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BWW Review: Bock and Harnick's ROTHSCHILD & SONS, a Reimagined Revival


Though the show gave Hal Linden's career a big boost when it opened on Broadway in 1970, winning him a Best Actor in a Musical Tony Award, THE ROTHSCHILDS, and pretty much every other musical on Broadway, was overshadowed that season by the high-concept COMPANY.

Jamie LaVerdiere, Nicholas Mongiardo-Cooper, David Bryant Johnson,
Robert Cuccioli, Curtis Wiley and ChristopherM. Williams
(Photo: Carol Rosegg)

Artistic disagreements plagued the original production and caused the breakup of Bock and Harnick's partnership, but the final collaboration of the team, whose FIDDLER ON THE ROOF and SHE LOVES ME are both prepping for Broadway revivals this season, left behind a treasured cast album preserving its crisp, well-crafted theatre songs and a majestic overture that ranks among musical theatre's finest.

With Bock now deceased, Harnick and bookwriter Sherman Yellen's reimagined version of their musical, titled ROTHSCHILD & SONS, trims the lavish Broadway production into an intimate affair, revising the text, cutting some songs and inserting others from the trunk.

Taken from Frederic Morton's biography, THE ROTHSCHILDS, the plot begins in the late 1700s Jewish ghetto in Frankfurt and traces the rise of shopkeeper Mayer Rothschild from poverty to founder of what becomes one of the world's largest banking empires.

Glory Crampton and Robert Cuccioli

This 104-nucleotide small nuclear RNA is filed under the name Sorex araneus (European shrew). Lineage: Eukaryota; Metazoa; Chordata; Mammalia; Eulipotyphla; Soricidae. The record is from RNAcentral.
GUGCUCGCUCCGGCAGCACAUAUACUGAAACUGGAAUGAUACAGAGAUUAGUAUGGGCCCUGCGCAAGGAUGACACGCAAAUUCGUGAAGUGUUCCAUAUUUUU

(Photo: Carol Rosegg)

The original production contained two romantic pairings. In a time when only twelve Jewish couples were allowed to marry per year, Mayer uses his moxie and schmoozing skills to gain favor with those in power and gets approval to marry his love, Gutele. They have five sons, the most headstrong of which is Nathan, who, in the second act, is sent to London to make investments and falls for the equally headstrong Hanna.

Director Jeffrey B Moss's chamber production, handsomely fitted with Carrie Robbins' period costumes, is a one-act version that whittles the cast down to eleven, eliminating Hanna and intending to present, as the creators describe it, a love story between a father and his sons.

The very fine actor and singer Robert Cuccioli makes for a brash and crafty Mayer, who dreams of creating a grand life for Gutele (Glory Crampton) and the children they will have. The musical begins strongly with "One Room," her insistence that she'd be perfectly happy with a simple life together, and the showpiece musical scene, "Sons," which announces the birth of their five children one by one and shows Mayer teaching them the family business.

But once the complications of the plot take over, with the family becoming superior court agents to the Danish king and a race to collect debts throughout Europe before the conquering Napoleon can claim them and invest each one in the British market, there's little room left for family emotions.

Crampton is an accomplished singer/actor whose role becomes regulated to reminding the men to appreciate modest achievements and while there is genuine excitement when Mayer and his boys (Curtis Wiley, Jamie LaVerdiere, Christopher M. Williams, Nicholas Mongiardo-Cooper and David Bryan Johnson) roar with gusto as they sing of their ambition and confidence, ROTHSCHILD & SONS is that rare Bock and Harnick musical that never seems to find its heart.

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From This Author Michael Dale